Antonio Coello (26 October 1611, Madrid – 20 October 1652, Madrid) was a Spanish dramatist and poet. He entered the household of the Duke of Alburquerque, and after some years of service in the army received the Order of Santiago in 1648. He was a favorite of Philip IV, who is reported to have collaborated with him; this rumour is not confirmed, but there is ample proof of Coello's collaboration with Calderón, Rojas Zorrilla, Solis and Velez de Guevara, the most distinguished dramatists of the age.[1]

According to the Encyclopædia Britannica Eleventh Edition, the best of his original plays, Los Empenos de seis horas, "is an excellent example of stagecraft and animated dialogue." It has been wrongly ascribed to Calderón; it was adapted by Samuel Tuke, under the title of The Adventures of Five Hours, and was described by Pepys as superior to Othello.[2] Coello died on 20 October 1652, shortly after his nomination to a post in the household of Philip IV.[1]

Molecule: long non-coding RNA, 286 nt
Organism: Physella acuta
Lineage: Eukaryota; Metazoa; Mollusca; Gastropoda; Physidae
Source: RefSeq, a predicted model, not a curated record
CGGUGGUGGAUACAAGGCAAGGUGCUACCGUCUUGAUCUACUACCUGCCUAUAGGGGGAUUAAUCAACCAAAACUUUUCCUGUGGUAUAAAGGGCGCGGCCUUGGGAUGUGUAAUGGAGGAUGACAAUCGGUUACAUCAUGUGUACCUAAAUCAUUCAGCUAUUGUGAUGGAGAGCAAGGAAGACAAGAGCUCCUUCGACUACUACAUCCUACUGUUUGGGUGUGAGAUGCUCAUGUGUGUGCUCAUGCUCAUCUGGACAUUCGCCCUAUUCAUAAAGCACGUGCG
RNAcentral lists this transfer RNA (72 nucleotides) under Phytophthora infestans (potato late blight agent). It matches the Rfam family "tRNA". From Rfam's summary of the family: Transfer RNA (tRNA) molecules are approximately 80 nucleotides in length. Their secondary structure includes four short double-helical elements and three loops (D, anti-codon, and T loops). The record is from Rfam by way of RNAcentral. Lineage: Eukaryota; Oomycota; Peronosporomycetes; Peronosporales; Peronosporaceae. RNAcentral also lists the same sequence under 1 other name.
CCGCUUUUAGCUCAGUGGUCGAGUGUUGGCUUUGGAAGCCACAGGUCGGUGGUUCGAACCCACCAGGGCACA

Works edit

  • El conde de Sex, o Dar la vida por su dama 1638
  • El celoso extremeno
  • Los dos Fernandos de Austria 1646
  • No Sooner Said than Done 1650
  • La adúltera castigada
  • Peor es hurgarlo
  • Los empenos de seis horas — Samuel Tuke's Restoration adaptation (The Adventures of Five Hours) reprinted in Robert Dodsley's Select Collection of Old Plays Vol 12 at the Internet Archive

References edit

  1. ^ a b   One or more of the preceding sentences incorporates text from a publication now in the public domainChisholm, Hugh, ed. (1911). "Coello, Antonio". Encyclopædia Britannica. Vol. 6 (11th ed.). Cambridge University Press. p. 642.
  2. ^ "Pepys' Diary: August 20th, 1666".